Navigating mixed signals in the construction industry; the AIA’s Architecture Billings Index through September 2019 indicates generally flat but encouraging business conditions. Dated — No. Important — Yes. Why?
The Architecture Billings Index (ABI) is a composite index derived from monthly report surveys from member firms located throughout the country reporting on activity of “work-on-the-boards.” The data is compiled by the American Institute of Architects Economics & Research Group. Using a first-hand survey index from architectural firms, the ABI serves as a leading economic indicator of nonresidential construction activity and provides a glimpse of nonresidential construction activity approximately 9-12 months into the future or the typical time frame for a project to mature from design development through to construction. The ABI has a reputation as being an even-handed barometer of expected construction and economic activity within that forward-looking time frame.
ABI scores are centered near 50, with scores above 50 indicating an aggregate increase in billings and scores below 50 indicating a decline in billings. While the September ABI score remained below 50 at 47.9, that score is 2.5 points higher than the prior month indicating that fewer firms saw declining billings in September. In September, the Design Contract Index robustly increased up to 54.4, an increase from 47.9 the prior month indicating that firms experienced an increase in the number of clients signing contracts for new projects.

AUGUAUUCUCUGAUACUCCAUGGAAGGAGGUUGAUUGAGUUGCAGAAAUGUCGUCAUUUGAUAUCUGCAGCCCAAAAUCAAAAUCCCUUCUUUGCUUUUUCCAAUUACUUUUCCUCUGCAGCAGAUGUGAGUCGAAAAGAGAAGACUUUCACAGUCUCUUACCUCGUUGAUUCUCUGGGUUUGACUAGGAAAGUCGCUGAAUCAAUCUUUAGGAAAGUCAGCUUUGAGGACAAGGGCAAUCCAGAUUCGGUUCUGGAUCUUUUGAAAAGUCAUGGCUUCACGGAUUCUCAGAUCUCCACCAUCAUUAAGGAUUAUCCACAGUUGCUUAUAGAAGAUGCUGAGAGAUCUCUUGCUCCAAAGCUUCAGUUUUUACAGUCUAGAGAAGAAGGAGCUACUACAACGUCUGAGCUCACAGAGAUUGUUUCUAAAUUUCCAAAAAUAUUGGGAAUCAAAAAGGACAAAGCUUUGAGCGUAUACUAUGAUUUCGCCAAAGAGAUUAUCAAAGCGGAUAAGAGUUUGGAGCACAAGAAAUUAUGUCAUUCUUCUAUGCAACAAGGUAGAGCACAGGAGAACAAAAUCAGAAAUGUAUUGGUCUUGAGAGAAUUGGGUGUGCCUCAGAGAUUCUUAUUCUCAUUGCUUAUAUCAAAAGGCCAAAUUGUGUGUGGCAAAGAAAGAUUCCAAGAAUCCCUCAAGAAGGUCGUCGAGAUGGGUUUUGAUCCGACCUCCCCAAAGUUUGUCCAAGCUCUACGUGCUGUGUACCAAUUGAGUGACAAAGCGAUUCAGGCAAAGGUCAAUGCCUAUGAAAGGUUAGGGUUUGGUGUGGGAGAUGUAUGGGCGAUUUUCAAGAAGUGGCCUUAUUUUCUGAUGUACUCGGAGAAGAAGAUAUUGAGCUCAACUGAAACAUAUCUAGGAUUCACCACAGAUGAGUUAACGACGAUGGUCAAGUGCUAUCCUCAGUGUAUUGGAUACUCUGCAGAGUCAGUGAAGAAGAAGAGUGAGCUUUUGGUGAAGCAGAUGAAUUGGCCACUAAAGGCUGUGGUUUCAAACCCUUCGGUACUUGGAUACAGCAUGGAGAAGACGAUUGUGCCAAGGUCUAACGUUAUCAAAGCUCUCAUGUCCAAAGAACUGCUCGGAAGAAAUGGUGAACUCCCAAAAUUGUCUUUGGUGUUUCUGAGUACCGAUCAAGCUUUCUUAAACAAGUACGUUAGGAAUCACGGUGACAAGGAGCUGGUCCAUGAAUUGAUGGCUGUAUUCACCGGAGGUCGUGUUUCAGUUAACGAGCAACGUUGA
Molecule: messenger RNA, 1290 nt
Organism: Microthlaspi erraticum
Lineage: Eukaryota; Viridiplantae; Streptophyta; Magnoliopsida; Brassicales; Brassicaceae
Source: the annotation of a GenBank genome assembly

The ABI also evaluates the impact of stalled and cancelled projects at architectural, engineering, and contracting firms as a predictive element of economic downturn. The ABI found that since the beginning of the year 52% of firms had seen projects significantly delayed, placed on hold, significantly scaled back or cancelled while 46% reported no such impact.
Overall, data from the ABI combined with recent data reported by the U.S. Dept. of Commerce announcing that construction spending rose by 0.5% in September 2019, in part, because of a combination of new governmental and private residential projects, indicates positive, but tempered, growth.